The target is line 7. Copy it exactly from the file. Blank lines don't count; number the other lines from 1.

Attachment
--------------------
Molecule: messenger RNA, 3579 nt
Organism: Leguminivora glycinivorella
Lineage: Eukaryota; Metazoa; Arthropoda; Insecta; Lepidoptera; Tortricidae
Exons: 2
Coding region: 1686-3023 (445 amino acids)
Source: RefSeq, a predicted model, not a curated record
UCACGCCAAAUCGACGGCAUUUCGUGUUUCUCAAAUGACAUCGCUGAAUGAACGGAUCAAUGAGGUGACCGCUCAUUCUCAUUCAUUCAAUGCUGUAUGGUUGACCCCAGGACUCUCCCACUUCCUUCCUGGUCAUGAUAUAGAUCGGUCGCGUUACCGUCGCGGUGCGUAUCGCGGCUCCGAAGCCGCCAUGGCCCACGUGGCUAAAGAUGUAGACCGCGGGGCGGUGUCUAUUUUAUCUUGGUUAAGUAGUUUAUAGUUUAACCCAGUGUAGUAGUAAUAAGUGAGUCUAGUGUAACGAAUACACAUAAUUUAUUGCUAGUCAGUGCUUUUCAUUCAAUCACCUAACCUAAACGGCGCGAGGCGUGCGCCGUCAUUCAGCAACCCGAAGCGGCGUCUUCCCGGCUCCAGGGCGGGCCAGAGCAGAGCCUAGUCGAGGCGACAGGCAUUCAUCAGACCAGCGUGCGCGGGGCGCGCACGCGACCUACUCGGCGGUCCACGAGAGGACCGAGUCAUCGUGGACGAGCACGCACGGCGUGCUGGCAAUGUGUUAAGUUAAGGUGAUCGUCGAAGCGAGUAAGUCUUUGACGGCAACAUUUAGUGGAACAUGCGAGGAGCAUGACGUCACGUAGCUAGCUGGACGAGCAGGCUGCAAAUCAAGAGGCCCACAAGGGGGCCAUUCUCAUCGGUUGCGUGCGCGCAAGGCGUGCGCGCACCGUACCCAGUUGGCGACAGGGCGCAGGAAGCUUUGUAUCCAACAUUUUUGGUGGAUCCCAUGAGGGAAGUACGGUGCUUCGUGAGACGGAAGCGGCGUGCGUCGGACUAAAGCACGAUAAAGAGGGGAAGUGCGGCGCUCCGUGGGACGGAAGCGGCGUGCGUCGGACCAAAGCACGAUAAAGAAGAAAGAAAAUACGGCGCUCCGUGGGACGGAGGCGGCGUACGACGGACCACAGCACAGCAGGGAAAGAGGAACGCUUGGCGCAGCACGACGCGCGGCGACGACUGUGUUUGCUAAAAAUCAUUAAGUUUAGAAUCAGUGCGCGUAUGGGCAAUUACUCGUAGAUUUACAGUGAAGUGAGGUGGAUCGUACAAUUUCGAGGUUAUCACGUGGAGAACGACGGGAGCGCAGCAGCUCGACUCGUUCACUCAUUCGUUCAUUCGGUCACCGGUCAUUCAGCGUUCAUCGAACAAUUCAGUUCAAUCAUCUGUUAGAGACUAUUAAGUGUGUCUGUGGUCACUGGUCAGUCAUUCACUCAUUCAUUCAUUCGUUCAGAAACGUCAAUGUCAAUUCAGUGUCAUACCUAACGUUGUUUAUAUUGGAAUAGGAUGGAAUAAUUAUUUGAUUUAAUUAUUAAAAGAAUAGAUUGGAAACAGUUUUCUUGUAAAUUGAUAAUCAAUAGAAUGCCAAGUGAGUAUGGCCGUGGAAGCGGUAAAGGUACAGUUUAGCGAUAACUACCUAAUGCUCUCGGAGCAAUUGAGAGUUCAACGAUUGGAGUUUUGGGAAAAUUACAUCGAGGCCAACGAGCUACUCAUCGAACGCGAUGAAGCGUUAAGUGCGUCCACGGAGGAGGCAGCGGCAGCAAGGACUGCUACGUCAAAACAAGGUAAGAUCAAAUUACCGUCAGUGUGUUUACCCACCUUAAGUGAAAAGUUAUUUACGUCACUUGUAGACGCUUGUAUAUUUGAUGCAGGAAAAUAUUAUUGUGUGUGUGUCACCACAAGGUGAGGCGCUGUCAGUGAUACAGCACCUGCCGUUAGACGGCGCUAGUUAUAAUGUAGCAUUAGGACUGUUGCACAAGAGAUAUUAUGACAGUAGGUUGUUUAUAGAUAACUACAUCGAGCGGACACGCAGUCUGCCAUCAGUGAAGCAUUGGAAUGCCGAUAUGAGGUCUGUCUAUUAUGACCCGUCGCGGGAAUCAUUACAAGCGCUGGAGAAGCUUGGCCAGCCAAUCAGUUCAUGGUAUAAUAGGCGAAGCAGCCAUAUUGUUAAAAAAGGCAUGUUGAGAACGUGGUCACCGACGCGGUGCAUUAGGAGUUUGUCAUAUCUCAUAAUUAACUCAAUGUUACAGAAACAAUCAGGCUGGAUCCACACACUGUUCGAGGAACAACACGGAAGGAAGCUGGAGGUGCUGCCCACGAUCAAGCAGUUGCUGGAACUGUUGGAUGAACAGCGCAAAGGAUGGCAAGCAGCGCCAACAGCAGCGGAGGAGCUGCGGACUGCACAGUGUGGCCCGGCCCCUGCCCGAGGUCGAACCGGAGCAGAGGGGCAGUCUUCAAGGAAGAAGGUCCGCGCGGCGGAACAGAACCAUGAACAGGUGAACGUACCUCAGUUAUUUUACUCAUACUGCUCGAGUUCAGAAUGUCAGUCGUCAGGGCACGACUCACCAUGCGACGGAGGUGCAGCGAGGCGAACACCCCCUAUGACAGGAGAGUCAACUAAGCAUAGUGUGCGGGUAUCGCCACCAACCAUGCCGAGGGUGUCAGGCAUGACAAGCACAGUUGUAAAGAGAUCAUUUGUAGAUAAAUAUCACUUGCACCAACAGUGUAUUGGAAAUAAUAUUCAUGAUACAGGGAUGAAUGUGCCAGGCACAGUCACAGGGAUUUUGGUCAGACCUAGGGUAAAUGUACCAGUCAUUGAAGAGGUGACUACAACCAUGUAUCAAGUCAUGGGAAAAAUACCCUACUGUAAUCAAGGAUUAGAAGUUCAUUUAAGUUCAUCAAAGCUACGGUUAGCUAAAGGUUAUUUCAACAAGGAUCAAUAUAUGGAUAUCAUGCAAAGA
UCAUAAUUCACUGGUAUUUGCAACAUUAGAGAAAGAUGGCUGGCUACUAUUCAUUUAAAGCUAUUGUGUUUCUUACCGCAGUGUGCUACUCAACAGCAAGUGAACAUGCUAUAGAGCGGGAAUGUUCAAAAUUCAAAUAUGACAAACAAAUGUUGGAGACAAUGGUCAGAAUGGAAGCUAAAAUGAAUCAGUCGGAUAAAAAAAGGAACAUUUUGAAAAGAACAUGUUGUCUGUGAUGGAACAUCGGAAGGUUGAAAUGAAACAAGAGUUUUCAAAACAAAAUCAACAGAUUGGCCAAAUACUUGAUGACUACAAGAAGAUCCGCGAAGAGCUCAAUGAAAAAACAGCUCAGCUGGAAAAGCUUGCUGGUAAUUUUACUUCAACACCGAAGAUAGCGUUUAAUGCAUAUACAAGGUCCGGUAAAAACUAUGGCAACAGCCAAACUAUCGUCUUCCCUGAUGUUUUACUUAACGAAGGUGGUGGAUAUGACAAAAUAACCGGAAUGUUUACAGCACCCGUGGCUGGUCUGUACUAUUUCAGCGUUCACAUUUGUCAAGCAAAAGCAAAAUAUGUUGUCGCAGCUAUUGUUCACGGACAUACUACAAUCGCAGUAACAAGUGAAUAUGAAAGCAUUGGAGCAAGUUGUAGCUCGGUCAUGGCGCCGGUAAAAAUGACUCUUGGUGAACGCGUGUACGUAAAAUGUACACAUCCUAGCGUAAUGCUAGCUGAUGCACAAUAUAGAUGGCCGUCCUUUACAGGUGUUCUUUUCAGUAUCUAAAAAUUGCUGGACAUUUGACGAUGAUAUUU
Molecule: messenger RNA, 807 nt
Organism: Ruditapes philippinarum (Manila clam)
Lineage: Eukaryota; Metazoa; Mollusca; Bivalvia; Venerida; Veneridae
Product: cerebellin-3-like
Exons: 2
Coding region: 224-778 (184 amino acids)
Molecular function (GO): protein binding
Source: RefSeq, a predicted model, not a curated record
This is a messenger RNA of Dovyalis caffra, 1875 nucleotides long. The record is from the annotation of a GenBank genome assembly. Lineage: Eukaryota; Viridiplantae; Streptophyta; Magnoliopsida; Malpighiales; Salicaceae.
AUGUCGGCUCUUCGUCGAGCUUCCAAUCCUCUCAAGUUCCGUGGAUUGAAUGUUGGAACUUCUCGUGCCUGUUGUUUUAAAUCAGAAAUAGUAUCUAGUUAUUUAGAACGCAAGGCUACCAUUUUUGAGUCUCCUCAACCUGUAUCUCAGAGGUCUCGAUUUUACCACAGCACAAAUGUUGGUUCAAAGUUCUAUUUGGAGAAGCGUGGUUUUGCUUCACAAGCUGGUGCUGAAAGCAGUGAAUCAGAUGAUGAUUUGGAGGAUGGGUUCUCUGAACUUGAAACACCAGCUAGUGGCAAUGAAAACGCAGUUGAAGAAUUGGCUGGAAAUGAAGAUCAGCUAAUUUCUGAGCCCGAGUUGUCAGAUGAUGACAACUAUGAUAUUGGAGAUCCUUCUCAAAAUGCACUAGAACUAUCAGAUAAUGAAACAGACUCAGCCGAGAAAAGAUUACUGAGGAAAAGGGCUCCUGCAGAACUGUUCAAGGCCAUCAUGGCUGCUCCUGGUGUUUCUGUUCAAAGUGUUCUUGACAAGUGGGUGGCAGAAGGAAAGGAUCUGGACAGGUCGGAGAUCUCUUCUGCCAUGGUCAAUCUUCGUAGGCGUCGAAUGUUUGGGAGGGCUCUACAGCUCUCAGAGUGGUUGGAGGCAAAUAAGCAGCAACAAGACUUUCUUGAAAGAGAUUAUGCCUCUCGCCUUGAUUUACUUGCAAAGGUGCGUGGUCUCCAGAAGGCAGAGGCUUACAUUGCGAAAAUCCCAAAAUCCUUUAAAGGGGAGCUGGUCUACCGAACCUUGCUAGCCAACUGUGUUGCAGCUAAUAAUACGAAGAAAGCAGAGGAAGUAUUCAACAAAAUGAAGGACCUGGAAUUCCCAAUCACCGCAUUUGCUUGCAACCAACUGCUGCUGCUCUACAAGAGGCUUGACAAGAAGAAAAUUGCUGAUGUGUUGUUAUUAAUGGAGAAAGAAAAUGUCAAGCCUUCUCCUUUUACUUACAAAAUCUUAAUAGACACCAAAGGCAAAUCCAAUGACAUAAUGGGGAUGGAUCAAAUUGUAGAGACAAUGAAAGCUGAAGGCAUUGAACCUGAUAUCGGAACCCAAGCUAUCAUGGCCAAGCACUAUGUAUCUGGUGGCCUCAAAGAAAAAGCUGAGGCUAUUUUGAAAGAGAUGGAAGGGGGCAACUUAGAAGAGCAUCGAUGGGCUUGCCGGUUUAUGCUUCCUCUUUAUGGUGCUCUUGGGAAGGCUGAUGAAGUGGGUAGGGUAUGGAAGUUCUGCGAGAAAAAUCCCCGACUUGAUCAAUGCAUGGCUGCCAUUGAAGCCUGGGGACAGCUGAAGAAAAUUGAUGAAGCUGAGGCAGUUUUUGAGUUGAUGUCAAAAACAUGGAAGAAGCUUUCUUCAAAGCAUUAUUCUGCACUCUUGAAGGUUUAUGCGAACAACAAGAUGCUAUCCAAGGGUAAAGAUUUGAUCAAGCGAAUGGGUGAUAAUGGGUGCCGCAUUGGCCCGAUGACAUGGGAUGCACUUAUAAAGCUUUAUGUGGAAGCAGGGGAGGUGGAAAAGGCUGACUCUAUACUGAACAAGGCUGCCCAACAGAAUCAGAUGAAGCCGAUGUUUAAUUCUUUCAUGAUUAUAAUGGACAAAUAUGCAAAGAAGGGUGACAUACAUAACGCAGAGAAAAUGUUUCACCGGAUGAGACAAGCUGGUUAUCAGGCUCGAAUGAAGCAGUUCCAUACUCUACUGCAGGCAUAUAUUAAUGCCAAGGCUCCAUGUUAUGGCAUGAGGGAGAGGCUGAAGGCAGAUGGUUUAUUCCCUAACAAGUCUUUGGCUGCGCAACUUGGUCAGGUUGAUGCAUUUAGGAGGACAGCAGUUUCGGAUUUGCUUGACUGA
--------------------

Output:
UCACGCCAAAUCGACGGCAUUUCGUGUUUCUCAAAUGACAUCGCUGAAUGAACGGAUCAAUGAGGUGACCGCUCAUUCUCAUUCAUUCAAUGCUGUAUGGUUGACCCCAGGACUCUCCCACUUCCUUCCUGGUCAUGAUAUAGAUCGGUCGCGUUACCGUCGCGGUGCGUAUCGCGGCUCCGAAGCCGCCAUGGCCCACGUGGCUAAAGAUGUAGACCGCGGGGCGGUGUCUAUUUUAUCUUGGUUAAGUAGUUUAUAGUUUAACCCAGUGUAGUAGUAAUAAGUGAGUCUAGUGUAACGAAUACACAUAAUUUAUUGCUAGUCAGUGCUUUUCAUUCAAUCACCUAACCUAAACGGCGCGAGGCGUGCGCCGUCAUUCAGCAACCCGAAGCGGCGUCUUCCCGGCUCCAGGGCGGGCCAGAGCAGAGCCUAGUCGAGGCGACAGGCAUUCAUCAGACCAGCGUGCGCGGGGCGCGCACGCGACCUACUCGGCGGUCCACGAGAGGACCGAGUCAUCGUGGACGAGCACGCACGGCGUGCUGGCAAUGUGUUAAGUUAAGGUGAUCGUCGAAGCGAGUAAGUCUUUGACGGCAACAUUUAGUGGAACAUGCGAGGAGCAUGACGUCACGUAGCUAGCUGGACGAGCAGGCUGCAAAUCAAGAGGCCCACAAGGGGGCCAUUCUCAUCGGUUGCGUGCGCGCAAGGCGUGCGCGCACCGUACCCAGUUGGCGACAGGGCGCAGGAAGCUUUGUAUCCAACAUUUUUGGUGGAUCCCAUGAGGGAAGUACGGUGCUUCGUGAGACGGAAGCGGCGUGCGUCGGACUAAAGCACGAUAAAGAGGGGAAGUGCGGCGCUCCGUGGGACGGAAGCGGCGUGCGUCGGACCAAAGCACGAUAAAGAAGAAAGAAAAUACGGCGCUCCGUGGGACGGAGGCGGCGUACGACGGACCACAGCACAGCAGGGAAAGAGGAACGCUUGGCGCAGCACGACGCGCGGCGACGACUGUGUUUGCUAAAAAUCAUUAAGUUUAGAAUCAGUGCGCGUAUGGGCAAUUACUCGUAGAUUUACAGUGAAGUGAGGUGGAUCGUACAAUUUCGAGGUUAUCACGUGGAGAACGACGGGAGCGCAGCAGCUCGACUCGUUCACUCAUUCGUUCAUUCGGUCACCGGUCAUUCAGCGUUCAUCGAACAAUUCAGUUCAAUCAUCUGUUAGAGACUAUUAAGUGUGUCUGUGGUCACUGGUCAGUCAUUCACUCAUUCAUUCAUUCGUUCAGAAACGUCAAUGUCAAUUCAGUGUCAUACCUAACGUUGUUUAUAUUGGAAUAGGAUGGAAUAAUUAUUUGAUUUAAUUAUUAAAAGAAUAGAUUGGAAACAGUUUUCUUGUAAAUUGAUAAUCAAUAGAAUGCCAAGUGAGUAUGGCCGUGGAAGCGGUAAAGGUACAGUUUAGCGAUAACUACCUAAUGCUCUCGGAGCAAUUGAGAGUUCAACGAUUGGAGUUUUGGGAAAAUUACAUCGAGGCCAACGAGCUACUCAUCGAACGCGAUGAAGCGUUAAGUGCGUCCACGGAGGAGGCAGCGGCAGCAAGGACUGCUACGUCAAAACAAGGUAAGAUCAAAUUACCGUCAGUGUGUUUACCCACCUUAAGUGAAAAGUUAUUUACGUCACUUGUAGACGCUUGUAUAUUUGAUGCAGGAAAAUAUUAUUGUGUGUGUGUCACCACAAGGUGAGGCGCUGUCAGUGAUACAGCACCUGCCGUUAGACGGCGCUAGUUAUAAUGUAGCAUUAGGACUGUUGCACAAGAGAUAUUAUGACAGUAGGUUGUUUAUAGAUAACUACAUCGAGCGGACACGCAGUCUGCCAUCAGUGAAGCAUUGGAAUGCCGAUAUGAGGUCUGUCUAUUAUGACCCGUCGCGGGAAUCAUUACAAGCGCUGGAGAAGCUUGGCCAGCCAAUCAGUUCAUGGUAUAAUAGGCGAAGCAGCCAUAUUGUUAAAAAAGGCAUGUUGAGAACGUGGUCACCGACGCGGUGCAUUAGGAGUUUGUCAUAUCUCAUAAUUAACUCAAUGUUACAGAAACAAUCAGGCUGGAUCCACACACUGUUCGAGGAACAACACGGAAGGAAGCUGGAGGUGCUGCCCACGAUCAAGCAGUUGCUGGAACUGUUGGAUGAACAGCGCAAAGGAUGGCAAGCAGCGCCAACAGCAGCGGAGGAGCUGCGGACUGCACAGUGUGGCCCGGCCCCUGCCCGAGGUCGAACCGGAGCAGAGGGGCAGUCUUCAAGGAAGAAGGUCCGCGCGGCGGAACAGAACCAUGAACAGGUGAACGUACCUCAGUUAUUUUACUCAUACUGCUCGAGUUCAGAAUGUCAGUCGUCAGGGCACGACUCACCAUGCGACGGAGGUGCAGCGAGGCGAACACCCCCUAUGACAGGAGAGUCAACUAAGCAUAGUGUGCGGGUAUCGCCACCAACCAUGCCGAGGGUGUCAGGCAUGACAAGCACAGUUGUAAAGAGAUCAUUUGUAGAUAAAUAUCACUUGCACCAACAGUGUAUUGGAAAUAAUAUUCAUGAUACAGGGAUGAAUGUGCCAGGCACAGUCACAGGGAUUUUGGUCAGACCUAGGGUAAAUGUACCAGUCAUUGAAGAGGUGACUACAACCAUGUAUCAAGUCAUGGGAAAAAUACCCUACUGUAAUCAAGGAUUAGAAGUUCAUUUAAGUUCAUCAAAGCUACGGUUAGCUAAAGGUUAUUUCAACAAGGAUCAAUAUAUGGAUAUCAUGCAAAGA